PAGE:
Philharmonic Plays Wagner - But in a Very Minor Key
TEL AVIV, Israel (AP) _ The Israel Philharmonic Orchestra gave its promised performance of music by Richard Wagner on Friday, but sought to forestall protests by treating the event as a rehearsal.
There was outcry nonetheless that Israel’s premier orchestra had broken its 53-year-old taboo on performing works by the German composer, a favorite of Hitler.
But the protests, like the concert, were delivered in a minor key.
A lone concentration camp survivor stood outside the auditorium with a protesting placard, and Parliament Speaker Dov Shilansky, also a Holocaust survivor, went on Israel radio to ask: ″Why, in God’s name, why?″
The controversy arose two weeks ago when Daniel Barenboim, the Israeli music virtuoso and music director of the Chicago Symphony Orchestra, announced he and the Philharmonic would perform Wagner on Dec. 27.
But the emotions surrounding the German composer vividly illustrate the lingering impact of the Holocaust. Protests forced the Philharmonic to back down and poll the opinions of its 30,000 subscribers.
The survey has not yet been conducted, but an opinion poll Friday showed 50 percent against playing Wagner, 25 percent in favor, and the remainder without an opinion. The poll of 503 people, by the Dahaf agency for the Yediot Ahronot newspaper, had a margin of error of 3 percentage points.
The pro-Wagner camp argues that works by other, equally anti-Semitic composers arouse no complaint; that Wagner died 50 years before Hitler came to power; and that no one is being forced to listen to the music.
Wagner was last played by the Philharmonic in its pre-state incarnation, in 1938. Arturo Toscani conducted on that occasion, at a concert organized as a protest against Nazism.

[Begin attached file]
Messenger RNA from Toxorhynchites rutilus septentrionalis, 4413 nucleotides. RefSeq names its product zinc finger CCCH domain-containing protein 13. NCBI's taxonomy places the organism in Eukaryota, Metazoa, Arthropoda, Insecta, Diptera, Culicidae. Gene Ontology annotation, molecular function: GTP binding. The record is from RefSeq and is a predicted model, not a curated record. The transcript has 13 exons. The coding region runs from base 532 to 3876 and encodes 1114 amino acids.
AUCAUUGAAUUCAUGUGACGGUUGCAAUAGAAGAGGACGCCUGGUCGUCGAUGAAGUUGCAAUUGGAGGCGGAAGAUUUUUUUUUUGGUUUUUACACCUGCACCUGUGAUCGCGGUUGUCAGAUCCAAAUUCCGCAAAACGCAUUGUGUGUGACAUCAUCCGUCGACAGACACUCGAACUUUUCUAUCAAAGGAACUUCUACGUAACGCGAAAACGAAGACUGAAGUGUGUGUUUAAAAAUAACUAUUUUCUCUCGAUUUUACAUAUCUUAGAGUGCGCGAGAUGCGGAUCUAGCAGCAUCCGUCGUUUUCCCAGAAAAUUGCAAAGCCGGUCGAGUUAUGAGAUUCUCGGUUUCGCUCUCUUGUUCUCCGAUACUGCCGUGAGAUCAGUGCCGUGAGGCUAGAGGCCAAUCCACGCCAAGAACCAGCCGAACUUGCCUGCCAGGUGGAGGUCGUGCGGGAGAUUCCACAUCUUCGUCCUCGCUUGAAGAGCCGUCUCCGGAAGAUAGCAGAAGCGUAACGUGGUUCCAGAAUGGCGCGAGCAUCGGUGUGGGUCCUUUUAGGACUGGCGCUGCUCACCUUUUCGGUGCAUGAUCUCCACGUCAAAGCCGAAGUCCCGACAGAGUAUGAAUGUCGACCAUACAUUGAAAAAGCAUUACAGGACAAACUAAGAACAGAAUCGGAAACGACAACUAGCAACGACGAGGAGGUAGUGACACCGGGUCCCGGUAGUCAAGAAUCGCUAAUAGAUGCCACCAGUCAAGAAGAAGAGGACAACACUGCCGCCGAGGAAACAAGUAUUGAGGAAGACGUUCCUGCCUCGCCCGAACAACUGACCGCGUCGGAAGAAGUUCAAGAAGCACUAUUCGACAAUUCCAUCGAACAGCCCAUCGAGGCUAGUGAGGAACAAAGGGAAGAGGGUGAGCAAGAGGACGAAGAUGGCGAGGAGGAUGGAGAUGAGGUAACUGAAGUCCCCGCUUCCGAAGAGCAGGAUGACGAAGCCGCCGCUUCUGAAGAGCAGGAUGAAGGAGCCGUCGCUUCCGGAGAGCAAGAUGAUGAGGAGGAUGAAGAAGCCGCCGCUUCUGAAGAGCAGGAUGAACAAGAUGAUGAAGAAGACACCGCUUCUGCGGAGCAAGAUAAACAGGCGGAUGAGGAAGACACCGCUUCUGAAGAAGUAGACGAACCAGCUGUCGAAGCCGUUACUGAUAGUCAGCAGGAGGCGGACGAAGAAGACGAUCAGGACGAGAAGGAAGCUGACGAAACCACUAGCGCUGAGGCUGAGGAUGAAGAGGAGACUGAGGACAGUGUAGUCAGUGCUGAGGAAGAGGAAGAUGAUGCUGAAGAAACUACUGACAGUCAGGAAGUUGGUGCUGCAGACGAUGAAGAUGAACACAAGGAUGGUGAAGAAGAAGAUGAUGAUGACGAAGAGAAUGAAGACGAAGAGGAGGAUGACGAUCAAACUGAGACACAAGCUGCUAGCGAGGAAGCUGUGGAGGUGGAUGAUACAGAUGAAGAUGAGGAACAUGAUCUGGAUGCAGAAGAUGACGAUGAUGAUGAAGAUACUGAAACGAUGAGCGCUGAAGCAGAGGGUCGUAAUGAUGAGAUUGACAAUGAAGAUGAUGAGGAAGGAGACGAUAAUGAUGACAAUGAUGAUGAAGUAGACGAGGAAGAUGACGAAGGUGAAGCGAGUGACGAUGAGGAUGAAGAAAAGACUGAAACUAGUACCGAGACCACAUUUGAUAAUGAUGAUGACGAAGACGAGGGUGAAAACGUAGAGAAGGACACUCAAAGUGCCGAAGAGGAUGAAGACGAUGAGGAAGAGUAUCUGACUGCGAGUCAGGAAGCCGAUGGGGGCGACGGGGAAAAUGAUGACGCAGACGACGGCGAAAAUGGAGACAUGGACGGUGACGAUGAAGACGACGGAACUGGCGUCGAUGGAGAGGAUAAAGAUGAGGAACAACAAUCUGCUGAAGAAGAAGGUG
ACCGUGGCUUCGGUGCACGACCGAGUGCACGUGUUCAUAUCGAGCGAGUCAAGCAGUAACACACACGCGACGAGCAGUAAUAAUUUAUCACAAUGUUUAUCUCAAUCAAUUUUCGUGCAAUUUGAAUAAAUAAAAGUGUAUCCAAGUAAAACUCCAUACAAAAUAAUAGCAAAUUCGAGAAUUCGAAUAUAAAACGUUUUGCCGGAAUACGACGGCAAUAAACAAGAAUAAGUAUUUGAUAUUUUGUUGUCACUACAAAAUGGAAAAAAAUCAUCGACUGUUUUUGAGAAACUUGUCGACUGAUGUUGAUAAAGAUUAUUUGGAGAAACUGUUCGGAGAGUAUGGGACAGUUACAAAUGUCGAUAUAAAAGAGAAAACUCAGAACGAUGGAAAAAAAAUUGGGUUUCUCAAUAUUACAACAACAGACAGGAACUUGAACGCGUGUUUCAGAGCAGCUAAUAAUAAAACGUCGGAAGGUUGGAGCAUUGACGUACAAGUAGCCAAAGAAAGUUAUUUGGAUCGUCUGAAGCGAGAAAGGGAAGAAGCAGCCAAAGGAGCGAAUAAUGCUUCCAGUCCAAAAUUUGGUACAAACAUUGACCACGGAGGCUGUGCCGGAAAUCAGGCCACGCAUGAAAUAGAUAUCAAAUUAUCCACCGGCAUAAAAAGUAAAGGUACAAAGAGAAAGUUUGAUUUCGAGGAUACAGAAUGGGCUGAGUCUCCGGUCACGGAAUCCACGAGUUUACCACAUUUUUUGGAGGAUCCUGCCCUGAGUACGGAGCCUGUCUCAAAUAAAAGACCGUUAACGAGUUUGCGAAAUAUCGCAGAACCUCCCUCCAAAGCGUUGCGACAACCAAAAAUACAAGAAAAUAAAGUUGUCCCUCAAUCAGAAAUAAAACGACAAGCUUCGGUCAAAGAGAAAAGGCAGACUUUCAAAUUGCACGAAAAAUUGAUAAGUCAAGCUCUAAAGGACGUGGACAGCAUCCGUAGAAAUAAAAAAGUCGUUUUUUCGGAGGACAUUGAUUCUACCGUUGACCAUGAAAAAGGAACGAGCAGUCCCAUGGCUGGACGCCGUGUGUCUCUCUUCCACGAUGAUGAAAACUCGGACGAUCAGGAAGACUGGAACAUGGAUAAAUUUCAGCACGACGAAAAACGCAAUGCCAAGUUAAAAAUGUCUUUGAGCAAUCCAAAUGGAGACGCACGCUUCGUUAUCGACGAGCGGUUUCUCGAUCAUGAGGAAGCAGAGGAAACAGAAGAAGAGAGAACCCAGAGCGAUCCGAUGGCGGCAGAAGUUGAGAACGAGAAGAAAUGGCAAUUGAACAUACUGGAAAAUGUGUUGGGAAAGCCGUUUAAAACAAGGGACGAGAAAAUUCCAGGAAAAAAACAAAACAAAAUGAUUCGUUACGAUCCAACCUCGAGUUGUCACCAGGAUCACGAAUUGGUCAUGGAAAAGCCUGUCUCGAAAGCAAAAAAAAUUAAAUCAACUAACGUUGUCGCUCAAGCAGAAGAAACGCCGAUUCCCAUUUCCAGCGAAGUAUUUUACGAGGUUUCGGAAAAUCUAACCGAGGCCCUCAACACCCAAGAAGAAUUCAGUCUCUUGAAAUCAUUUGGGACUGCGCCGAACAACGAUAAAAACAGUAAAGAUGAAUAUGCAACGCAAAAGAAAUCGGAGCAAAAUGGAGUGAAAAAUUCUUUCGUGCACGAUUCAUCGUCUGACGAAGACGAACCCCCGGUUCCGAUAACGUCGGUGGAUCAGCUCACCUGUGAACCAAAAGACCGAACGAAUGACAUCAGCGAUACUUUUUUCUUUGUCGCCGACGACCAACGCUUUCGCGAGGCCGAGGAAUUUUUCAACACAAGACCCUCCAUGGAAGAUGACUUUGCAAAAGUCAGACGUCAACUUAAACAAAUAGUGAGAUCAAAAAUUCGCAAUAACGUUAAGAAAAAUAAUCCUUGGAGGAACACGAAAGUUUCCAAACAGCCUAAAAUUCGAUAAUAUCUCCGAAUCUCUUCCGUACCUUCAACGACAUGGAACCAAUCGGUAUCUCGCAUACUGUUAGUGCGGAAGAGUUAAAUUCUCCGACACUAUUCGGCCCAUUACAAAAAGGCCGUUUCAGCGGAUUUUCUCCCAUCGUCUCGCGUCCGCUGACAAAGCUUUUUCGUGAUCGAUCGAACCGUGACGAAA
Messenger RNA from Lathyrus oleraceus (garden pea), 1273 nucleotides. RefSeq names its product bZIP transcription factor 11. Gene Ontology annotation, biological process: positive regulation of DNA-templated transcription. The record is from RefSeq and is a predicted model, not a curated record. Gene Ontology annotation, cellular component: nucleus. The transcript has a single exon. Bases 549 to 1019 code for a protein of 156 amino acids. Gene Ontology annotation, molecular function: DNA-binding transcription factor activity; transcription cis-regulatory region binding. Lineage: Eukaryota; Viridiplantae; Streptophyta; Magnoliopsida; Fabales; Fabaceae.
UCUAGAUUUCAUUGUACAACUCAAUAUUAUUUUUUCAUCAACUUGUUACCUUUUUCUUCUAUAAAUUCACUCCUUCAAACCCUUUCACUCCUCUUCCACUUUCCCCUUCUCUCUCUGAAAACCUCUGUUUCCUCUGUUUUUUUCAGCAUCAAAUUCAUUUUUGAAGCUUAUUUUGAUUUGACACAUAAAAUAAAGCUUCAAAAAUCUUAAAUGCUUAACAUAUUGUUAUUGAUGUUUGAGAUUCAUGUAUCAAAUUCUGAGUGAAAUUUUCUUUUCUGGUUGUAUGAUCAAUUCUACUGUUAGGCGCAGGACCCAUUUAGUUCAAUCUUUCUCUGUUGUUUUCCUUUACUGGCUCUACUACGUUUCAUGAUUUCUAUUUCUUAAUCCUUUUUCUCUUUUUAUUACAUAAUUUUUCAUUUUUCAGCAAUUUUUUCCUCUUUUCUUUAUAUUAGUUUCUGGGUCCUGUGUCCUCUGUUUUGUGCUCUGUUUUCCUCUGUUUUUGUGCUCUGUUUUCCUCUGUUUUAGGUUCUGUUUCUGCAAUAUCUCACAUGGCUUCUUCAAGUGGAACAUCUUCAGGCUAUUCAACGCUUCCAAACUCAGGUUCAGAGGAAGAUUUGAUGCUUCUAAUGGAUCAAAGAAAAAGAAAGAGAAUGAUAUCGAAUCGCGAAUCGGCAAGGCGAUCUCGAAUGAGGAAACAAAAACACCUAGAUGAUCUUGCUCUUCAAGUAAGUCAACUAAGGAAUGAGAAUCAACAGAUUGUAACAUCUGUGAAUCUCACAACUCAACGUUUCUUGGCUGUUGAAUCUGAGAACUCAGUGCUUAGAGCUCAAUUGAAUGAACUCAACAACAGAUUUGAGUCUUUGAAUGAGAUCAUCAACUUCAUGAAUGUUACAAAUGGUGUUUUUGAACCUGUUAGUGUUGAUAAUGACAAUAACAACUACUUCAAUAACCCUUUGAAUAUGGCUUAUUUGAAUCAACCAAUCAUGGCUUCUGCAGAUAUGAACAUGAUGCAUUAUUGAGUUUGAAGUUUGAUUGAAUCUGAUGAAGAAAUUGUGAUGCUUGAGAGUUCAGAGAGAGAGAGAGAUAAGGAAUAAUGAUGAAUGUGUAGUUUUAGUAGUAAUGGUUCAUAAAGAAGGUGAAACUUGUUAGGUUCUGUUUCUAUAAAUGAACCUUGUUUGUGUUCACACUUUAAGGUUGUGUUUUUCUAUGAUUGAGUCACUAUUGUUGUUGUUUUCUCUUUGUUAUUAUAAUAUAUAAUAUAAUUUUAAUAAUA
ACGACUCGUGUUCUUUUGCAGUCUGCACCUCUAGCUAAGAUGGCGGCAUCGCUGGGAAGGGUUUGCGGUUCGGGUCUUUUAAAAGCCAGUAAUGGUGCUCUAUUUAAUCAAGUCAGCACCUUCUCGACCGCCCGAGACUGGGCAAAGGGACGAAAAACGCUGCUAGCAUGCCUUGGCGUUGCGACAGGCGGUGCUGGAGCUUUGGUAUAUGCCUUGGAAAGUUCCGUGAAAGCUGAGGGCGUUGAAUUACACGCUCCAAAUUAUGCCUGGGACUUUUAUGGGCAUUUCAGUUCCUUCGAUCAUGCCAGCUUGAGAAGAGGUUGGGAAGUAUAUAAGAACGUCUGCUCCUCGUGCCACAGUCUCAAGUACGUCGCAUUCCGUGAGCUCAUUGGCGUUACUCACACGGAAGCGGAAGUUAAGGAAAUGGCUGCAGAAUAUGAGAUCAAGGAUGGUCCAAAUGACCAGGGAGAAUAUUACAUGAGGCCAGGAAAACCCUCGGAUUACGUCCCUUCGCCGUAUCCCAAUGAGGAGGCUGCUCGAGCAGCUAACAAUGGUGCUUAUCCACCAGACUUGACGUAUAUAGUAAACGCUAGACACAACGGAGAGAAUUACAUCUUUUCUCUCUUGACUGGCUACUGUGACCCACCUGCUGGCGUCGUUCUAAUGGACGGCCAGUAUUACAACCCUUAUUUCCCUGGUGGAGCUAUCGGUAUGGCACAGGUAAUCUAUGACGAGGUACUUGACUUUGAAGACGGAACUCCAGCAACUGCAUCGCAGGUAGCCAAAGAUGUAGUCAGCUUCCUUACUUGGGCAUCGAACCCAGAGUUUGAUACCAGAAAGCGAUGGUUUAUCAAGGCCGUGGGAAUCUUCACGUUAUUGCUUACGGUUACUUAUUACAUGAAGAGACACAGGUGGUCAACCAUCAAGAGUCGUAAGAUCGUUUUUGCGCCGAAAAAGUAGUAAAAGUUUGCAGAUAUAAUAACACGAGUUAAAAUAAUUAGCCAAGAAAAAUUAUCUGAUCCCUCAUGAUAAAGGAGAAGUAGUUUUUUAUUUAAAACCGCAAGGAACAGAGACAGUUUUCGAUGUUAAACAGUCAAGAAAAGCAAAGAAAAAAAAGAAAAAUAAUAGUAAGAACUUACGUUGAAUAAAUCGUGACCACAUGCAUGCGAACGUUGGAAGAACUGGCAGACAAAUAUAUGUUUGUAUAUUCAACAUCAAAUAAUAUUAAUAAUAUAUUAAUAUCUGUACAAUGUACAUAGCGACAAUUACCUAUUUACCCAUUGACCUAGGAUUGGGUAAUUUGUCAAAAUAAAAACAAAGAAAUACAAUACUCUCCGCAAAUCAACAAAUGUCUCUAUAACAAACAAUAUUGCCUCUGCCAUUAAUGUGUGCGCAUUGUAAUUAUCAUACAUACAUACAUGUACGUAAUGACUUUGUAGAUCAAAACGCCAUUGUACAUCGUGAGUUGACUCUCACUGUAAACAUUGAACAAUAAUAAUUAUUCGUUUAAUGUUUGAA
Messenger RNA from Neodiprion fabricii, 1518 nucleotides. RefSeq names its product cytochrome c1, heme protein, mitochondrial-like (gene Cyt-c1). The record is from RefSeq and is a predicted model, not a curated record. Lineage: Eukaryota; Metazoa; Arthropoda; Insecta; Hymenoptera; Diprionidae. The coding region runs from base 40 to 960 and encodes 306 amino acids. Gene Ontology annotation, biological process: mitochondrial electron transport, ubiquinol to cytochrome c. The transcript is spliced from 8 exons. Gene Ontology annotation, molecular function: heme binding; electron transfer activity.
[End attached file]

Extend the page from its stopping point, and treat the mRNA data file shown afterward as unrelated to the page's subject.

The counter-argument holds that Wagner’s music is a symbol of Nazism, while the Philharmonic is a symbol of Israel, and that the two can never be reconciled.
Friday’s performance was not advertised, and the invited audience of about 600 consisted of friends of the orchestra’s musicians and officials. Cameras were barred, and the audience entered the auditorium through a side door.
″Like thieves in the night,″ Michael Gilead said, standing at the door with a placard that said ″Don’t cheer Wagner and Barenboim,″ and ″161135″ - the number that was tattooed on his arm when he was in a Nazi concentration camp.
″Wagner was a symbol of Nazism,″ he said.
Inside the hall, Barenboim and the musicians were dressed casually. Barenboim asked the audience to treat the performance as a rehearsal and give him ″the quiet we need to do our work.″
″If we play it all through in one go, I hope you will enjoy it,″ he said.
Nathan Dunevitz, a music expert, said the orchestra was tense at first, apparently fearing demonstrators might have slipped past the security men at the door.
But as the performance progressed peacefully, the musicians loosened up, he said.
Excerpts from The Flying Dutchman, Lohengrin and Tristan and Isolde were played. The audience applauded after each piece. There were no encores and the orchestra did not take a bow.
″This was the concert, no doubt about it, even though they tried to say it was a rehearsal,″ said Dunevitz.
Concertmaster Lazar Shuster denied this, saying: ″It was a rehearsal in the fullest sense.″
Dunevitz, who supports the orchestra’s playing Wagner, said he believed Friday’s event would help break the ice for a full-scale performance.
Shilansky, the Parliament speaker, said he could not understand the orchestra’s ″fanatical″ insistence on playing Wagner.
″What can I say to them? Their hearts are impervious to all the pleas of ordinary Jews who are being put through the horrors again″ by Wagner’s music.
He said those in favor of the concert ″portray themselves as people of culture, art, beauty, spirit. They should also listen to those ordinary Jews who don’t bear all those titles.″